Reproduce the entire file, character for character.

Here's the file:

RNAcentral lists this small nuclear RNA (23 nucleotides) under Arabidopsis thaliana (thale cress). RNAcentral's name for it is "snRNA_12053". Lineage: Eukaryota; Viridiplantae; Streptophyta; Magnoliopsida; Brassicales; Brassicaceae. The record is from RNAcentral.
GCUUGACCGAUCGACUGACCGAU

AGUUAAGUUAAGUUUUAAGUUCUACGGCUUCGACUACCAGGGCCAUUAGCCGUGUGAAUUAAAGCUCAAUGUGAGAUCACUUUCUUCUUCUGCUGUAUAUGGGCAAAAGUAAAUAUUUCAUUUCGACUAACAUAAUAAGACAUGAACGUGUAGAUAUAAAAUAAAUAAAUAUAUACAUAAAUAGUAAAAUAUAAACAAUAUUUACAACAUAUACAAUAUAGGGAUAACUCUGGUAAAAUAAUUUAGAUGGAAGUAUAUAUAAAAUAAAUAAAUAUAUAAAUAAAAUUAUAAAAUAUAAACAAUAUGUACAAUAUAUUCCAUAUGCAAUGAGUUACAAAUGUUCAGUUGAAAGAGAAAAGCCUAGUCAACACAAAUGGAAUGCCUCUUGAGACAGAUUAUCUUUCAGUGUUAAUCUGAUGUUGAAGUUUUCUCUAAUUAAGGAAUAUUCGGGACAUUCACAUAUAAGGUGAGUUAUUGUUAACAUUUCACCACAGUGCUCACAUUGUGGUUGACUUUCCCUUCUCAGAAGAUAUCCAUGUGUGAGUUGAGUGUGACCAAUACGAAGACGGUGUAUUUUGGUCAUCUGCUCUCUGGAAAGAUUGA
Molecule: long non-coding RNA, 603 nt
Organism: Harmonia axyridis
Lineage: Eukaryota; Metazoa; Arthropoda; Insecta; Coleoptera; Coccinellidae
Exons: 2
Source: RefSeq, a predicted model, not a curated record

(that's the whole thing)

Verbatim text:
RNAcentral lists this small nuclear RNA (23 nucleotides) under Arabidopsis thaliana (thale cress). RNAcentral's name for it is "snRNA_12053". Lineage: Eukaryota; Viridiplantae; Streptophyta; Magnoliopsida; Brassicales; Brassicaceae. The record is from RNAcentral.
GCUUGACCGAUCGACUGACCGAU

AGUUAAGUUAAGUUUUAAGUUCUACGGCUUCGACUACCAGGGCCAUUAGCCGUGUGAAUUAAAGCUCAAUGUGAGAUCACUUUCUUCUUCUGCUGUAUAUGGGCAAAAGUAAAUAUUUCAUUUCGACUAACAUAAUAAGACAUGAACGUGUAGAUAUAAAAUAAAUAAAUAUAUACAUAAAUAGUAAAAUAUAAACAAUAUUUACAACAUAUACAAUAUAGGGAUAACUCUGGUAAAAUAAUUUAGAUGGAAGUAUAUAUAAAAUAAAUAAAUAUAUAAAUAAAAUUAUAAAAUAUAAACAAUAUGUACAAUAUAUUCCAUAUGCAAUGAGUUACAAAUGUUCAGUUGAAAGAGAAAAGCCUAGUCAACACAAAUGGAAUGCCUCUUGAGACAGAUUAUCUUUCAGUGUUAAUCUGAUGUUGAAGUUUUCUCUAAUUAAGGAAUAUUCGGGACAUUCACAUAUAAGGUGAGUUAUUGUUAACAUUUCACCACAGUGCUCACAUUGUGGUUGACUUUCCCUUCUCAGAAGAUAUCCAUGUGUGAGUUGAGUGUGACCAAUACGAAGACGGUGUAUUUUGGUCAUCUGCUCUCUGGAAAGAUUGA
Molecule: long non-coding RNA, 603 nt
Organism: Harmonia axyridis
Lineage: Eukaryota; Metazoa; Arthropoda; Insecta; Coleoptera; Coccinellidae
Exons: 2
Source: RefSeq, a predicted model, not a curated record